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Wednesday, September 26, 2007

Legal Pot, a Plus for the economy

Legal Pot, a Plus for the economy

Legal Pot, a Plus
Posted by CN Staff on September 25, 2007 at 19:01:30 PT
By Rachael Baldwin, Staff Writer
Source: Collegian
read it here

Oklahoma -- The legalization of marijuana would greatly impact the U.S. economy. According to the Drug Enforcement Administration, DEA, website, marijuana is mericas most valuable crop.�
Marijuana crops in the United States are worth about 35.8 billion dollars per year, which is 12.5 billion more dollars per year than corn, the second most profitable crop. If taxed like alcohol and tobacco, marijuana could bring in even more money.

Marijuana sales could generate an estimated 6.2 billion dollars per year in taxes, according to Harvard professor Jeffrey Miron. Legalization of marijuana could also save law enforcement agencies an astronomical amount of money. Miron estimates that marijuana legalization could save the United States as much as 7.7 billion dollars in law enforcement costs per year.

Marijuana legalization would be great for our economy, but isn't marijuana a dangerous drug that could lead users down the hopeless road of addiction?

First of all, marijuana is not physically addictive. Unlike heroin, alcohol and even tobacco and caffeine, discontinuing the use of marijuana does not produce physical withdrawal symptoms, thus one cannot be detoxed from THC, the chemical in marijuana responsible for producing the high in the smoker.

Secondly, marijuana, if used responsibly, is safe. According to, there are an estimated 435,000 deaths per year in the United States due to tobacco use and 85,000 deaths due to alcohol.

So, how many people die every year from using marijuana? Zero. Thats right, the use of marijuana alone has not been shown to cause any deaths.

Marijuana is demonized and reputed to be a gateway drug that leads to the use of harder drugs like heroin. Many people who sell marijuana also sell other illegal drugs.

If one could purchase marijuana legally, then one would not be exposed to or offered other drugs when purchasing pot, which could reduce the risk of experimenting with hard drugs. Legalizing marijuana could actually help decrease the use of dangerous drugs by reducing exposure to them.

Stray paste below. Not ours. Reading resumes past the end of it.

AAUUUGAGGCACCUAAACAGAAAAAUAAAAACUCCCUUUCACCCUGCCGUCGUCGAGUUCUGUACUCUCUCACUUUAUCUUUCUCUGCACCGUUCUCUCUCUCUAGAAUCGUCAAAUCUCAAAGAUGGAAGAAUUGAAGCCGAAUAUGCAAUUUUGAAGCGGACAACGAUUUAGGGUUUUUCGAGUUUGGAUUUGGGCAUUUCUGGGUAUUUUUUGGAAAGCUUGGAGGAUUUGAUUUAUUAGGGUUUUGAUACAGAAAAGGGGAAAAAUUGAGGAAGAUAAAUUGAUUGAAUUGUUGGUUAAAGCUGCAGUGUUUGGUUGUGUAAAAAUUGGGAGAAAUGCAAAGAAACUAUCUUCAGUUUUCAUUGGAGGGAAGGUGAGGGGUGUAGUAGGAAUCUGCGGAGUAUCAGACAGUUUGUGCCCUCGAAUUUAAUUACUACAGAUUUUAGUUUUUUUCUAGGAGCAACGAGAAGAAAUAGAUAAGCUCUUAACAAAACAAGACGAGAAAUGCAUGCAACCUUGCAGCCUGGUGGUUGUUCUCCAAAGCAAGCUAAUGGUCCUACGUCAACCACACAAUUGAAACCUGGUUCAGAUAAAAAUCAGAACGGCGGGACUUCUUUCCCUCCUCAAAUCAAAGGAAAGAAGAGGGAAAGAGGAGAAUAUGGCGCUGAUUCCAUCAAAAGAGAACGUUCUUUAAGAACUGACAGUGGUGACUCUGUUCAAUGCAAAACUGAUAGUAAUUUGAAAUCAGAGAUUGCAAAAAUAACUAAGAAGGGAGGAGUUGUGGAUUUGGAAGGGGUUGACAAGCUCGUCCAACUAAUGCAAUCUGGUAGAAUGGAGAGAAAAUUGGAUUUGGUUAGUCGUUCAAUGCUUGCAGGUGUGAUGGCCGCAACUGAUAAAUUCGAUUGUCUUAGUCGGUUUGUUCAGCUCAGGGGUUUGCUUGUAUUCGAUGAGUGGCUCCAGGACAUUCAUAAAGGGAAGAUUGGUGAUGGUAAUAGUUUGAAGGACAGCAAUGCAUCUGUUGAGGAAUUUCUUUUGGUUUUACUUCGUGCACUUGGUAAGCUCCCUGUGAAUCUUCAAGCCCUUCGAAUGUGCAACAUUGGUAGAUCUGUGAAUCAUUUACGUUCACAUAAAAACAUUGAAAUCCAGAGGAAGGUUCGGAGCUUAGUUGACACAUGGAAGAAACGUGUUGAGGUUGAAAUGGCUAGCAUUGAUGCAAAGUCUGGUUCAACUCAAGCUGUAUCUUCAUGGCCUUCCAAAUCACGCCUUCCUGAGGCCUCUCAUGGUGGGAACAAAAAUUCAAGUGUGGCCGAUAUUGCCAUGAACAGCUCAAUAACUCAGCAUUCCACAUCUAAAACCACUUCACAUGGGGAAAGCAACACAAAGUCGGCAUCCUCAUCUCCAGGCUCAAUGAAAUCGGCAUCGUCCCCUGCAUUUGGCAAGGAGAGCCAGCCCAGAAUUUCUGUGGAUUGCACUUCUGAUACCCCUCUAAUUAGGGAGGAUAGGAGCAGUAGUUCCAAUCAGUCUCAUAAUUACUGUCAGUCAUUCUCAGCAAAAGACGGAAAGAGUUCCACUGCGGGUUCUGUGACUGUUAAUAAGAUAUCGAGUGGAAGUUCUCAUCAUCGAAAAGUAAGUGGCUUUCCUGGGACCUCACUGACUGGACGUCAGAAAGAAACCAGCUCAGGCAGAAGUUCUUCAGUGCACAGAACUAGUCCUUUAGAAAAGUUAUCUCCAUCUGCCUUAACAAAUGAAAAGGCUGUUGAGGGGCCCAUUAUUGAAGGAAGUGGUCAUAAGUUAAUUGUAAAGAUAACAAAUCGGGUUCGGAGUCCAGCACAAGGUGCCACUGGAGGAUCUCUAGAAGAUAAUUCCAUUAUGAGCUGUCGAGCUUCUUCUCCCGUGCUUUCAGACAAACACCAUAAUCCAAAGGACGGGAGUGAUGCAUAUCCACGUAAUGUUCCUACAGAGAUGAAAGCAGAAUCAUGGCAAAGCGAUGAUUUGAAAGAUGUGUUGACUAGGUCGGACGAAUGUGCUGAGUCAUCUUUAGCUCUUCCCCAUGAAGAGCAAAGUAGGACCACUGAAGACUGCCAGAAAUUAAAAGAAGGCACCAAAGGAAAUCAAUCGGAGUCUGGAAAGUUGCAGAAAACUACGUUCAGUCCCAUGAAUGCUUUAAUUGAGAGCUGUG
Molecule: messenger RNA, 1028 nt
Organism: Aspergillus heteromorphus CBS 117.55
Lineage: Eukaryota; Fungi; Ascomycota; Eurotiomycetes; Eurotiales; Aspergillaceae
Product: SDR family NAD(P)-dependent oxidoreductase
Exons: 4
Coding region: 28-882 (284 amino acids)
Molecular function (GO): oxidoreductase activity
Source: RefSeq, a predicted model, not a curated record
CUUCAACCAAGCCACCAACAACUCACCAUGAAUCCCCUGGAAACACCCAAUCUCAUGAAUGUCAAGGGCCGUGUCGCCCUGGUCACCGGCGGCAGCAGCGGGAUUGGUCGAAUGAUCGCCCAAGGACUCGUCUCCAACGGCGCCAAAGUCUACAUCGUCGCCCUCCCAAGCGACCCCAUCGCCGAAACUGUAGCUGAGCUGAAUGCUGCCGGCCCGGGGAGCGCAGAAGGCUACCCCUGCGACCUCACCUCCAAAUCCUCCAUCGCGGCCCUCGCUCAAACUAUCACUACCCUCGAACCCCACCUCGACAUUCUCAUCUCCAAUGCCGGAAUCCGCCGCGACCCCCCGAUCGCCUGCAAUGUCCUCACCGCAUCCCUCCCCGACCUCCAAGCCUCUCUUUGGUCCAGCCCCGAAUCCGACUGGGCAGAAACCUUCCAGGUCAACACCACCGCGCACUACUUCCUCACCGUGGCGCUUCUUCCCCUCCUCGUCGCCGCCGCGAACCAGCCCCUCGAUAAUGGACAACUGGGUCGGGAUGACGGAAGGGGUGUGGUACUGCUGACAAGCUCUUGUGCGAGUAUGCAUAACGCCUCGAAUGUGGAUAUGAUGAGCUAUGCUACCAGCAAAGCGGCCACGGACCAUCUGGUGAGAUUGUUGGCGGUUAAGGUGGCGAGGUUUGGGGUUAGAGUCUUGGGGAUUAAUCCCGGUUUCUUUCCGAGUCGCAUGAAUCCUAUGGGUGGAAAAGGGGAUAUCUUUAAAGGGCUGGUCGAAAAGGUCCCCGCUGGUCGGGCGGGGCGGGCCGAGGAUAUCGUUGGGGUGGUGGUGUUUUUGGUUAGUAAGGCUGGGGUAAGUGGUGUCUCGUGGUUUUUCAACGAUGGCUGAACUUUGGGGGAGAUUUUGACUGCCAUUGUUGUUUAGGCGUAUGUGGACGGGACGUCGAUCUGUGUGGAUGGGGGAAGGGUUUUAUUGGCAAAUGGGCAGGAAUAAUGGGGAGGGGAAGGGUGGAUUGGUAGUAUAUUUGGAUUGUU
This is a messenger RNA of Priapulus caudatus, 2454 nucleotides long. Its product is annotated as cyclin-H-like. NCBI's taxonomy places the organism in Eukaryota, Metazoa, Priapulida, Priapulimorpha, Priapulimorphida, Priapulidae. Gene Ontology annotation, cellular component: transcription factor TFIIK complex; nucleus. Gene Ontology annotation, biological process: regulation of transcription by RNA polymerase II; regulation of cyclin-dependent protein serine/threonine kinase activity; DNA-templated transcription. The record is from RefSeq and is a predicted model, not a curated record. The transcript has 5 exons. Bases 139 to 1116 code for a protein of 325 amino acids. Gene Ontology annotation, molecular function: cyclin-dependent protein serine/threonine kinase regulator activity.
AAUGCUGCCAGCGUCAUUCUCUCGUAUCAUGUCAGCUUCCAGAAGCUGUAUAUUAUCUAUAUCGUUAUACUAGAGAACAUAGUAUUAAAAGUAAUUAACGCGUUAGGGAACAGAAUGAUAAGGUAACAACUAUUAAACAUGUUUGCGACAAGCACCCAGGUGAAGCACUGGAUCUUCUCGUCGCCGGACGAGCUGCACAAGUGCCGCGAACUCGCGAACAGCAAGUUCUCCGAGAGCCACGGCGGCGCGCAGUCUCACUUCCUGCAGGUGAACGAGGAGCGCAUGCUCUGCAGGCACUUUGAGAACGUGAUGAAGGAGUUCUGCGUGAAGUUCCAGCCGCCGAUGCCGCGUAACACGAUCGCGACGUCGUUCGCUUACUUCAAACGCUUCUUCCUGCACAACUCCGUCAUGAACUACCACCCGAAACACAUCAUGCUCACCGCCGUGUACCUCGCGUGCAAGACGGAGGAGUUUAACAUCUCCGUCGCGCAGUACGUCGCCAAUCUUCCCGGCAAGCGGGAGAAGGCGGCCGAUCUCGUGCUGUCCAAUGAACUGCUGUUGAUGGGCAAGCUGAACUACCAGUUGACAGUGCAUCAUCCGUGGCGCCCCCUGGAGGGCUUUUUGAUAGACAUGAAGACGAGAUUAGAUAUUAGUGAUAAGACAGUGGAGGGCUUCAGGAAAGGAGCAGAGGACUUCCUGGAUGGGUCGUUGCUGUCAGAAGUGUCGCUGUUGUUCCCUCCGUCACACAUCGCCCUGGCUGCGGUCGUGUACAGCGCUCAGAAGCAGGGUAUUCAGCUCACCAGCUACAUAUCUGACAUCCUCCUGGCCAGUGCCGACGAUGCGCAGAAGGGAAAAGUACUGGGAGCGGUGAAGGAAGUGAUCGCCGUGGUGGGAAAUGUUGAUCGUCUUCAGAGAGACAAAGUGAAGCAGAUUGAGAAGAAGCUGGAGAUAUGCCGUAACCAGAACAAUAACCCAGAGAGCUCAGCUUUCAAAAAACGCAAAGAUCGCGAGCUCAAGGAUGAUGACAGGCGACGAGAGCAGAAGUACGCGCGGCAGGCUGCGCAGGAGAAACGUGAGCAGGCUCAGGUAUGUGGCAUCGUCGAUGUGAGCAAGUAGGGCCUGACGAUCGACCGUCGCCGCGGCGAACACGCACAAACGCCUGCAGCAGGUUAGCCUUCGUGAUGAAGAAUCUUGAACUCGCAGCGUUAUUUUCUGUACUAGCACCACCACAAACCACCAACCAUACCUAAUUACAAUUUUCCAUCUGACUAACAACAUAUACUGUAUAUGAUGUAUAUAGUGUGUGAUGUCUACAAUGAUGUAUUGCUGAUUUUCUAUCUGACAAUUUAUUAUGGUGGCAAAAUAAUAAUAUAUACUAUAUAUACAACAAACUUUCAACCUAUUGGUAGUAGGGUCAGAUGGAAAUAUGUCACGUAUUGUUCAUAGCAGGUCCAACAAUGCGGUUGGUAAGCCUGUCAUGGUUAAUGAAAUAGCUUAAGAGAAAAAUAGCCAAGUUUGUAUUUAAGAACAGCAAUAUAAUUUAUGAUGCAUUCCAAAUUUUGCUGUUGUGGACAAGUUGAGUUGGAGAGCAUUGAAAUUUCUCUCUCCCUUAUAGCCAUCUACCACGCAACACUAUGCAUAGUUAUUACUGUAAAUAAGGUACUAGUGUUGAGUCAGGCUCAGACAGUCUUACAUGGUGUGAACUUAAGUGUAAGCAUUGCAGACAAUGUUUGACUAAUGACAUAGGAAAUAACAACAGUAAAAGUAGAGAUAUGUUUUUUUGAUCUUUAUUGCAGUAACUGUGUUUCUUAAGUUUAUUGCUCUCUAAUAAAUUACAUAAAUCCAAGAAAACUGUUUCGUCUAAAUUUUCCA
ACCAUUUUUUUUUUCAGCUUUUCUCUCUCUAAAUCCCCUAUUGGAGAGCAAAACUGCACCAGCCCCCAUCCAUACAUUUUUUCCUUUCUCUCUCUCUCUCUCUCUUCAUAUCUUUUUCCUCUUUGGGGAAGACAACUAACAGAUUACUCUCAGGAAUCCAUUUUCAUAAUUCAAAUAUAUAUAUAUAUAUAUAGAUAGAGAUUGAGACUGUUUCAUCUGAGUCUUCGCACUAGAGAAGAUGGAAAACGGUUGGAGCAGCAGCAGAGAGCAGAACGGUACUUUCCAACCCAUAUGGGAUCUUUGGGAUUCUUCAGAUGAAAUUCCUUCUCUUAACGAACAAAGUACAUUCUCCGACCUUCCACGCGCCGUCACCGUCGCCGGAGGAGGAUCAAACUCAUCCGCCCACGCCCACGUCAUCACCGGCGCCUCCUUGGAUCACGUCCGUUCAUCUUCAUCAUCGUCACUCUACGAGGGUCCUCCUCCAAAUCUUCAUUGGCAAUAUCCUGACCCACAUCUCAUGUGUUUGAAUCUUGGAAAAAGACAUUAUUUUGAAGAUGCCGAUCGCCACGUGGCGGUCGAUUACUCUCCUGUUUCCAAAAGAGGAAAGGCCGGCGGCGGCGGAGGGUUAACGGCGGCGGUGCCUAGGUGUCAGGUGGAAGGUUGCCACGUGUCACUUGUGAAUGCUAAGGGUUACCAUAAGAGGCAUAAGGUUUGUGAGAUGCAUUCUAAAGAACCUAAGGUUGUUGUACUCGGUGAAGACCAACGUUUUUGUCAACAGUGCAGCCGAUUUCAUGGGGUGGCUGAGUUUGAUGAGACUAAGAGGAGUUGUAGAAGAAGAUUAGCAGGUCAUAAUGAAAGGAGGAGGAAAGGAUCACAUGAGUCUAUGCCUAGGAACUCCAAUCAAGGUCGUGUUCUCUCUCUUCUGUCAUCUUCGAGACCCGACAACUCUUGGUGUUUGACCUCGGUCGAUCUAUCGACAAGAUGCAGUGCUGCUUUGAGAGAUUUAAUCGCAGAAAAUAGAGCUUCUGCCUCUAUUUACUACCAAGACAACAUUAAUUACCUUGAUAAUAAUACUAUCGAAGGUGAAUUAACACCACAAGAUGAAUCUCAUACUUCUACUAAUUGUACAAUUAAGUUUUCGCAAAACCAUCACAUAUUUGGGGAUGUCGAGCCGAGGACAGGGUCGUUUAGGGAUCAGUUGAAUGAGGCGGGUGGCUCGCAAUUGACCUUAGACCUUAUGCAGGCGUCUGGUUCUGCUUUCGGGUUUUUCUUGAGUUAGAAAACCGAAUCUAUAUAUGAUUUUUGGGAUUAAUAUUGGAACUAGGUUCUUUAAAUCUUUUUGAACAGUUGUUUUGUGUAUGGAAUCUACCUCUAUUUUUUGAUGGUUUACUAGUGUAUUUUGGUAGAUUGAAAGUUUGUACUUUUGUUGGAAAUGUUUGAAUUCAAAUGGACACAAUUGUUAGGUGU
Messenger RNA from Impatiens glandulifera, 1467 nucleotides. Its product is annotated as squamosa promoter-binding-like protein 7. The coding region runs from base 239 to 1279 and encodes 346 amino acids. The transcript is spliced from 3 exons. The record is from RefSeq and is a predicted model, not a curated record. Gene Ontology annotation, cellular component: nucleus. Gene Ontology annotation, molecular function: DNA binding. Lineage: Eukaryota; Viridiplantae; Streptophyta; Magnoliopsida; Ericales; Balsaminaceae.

People are always going to use illegal drugs, but many more people use marijuana than heroin, cocaine, LSD or ecstasy.

Marijuana use is prevalent in the United States. According to the National Organization for the Reform of Marijuana Laws, marijuana is one of the three most popular drugs used in America, along with alcohol and tobacco.

It is estimated that 20 million Americans have used marijuana in the past year. If this many people use marijuana, why have the laws against marijuana remained the same?

Times are changing. More and more people are realizing the need for marijuana law reform and decriminalization.

While recent 2006 marijuana initiatives were defeated, support for them is growing. In Colorado a law to legalize marijuana was defeated 60 percent to 40 percent.

In Nevada a law that not only legalized marijuana, but also set up a taxation plan, was only defeated 56 percent to 44 percent.

Decriminalization and legalization of marijuana are going to happen. It will be beneficial to the economy and those who enjoy smoking, drinking, eating or vaporizing marijuana.

The legalization of marijuana will mean a push for progress, not social degeneration.

Source: Collegian, The (U of Tulsa, OK Edu)
Author: Rachael Baldwin, Staff Writer
Published: September 25, 2007
Copyright: 2007 The Collegian

It seems crazy that The US goverment would pass on all the Tax Revenue they could be recieveing.
But this is a War that only a few want to fight.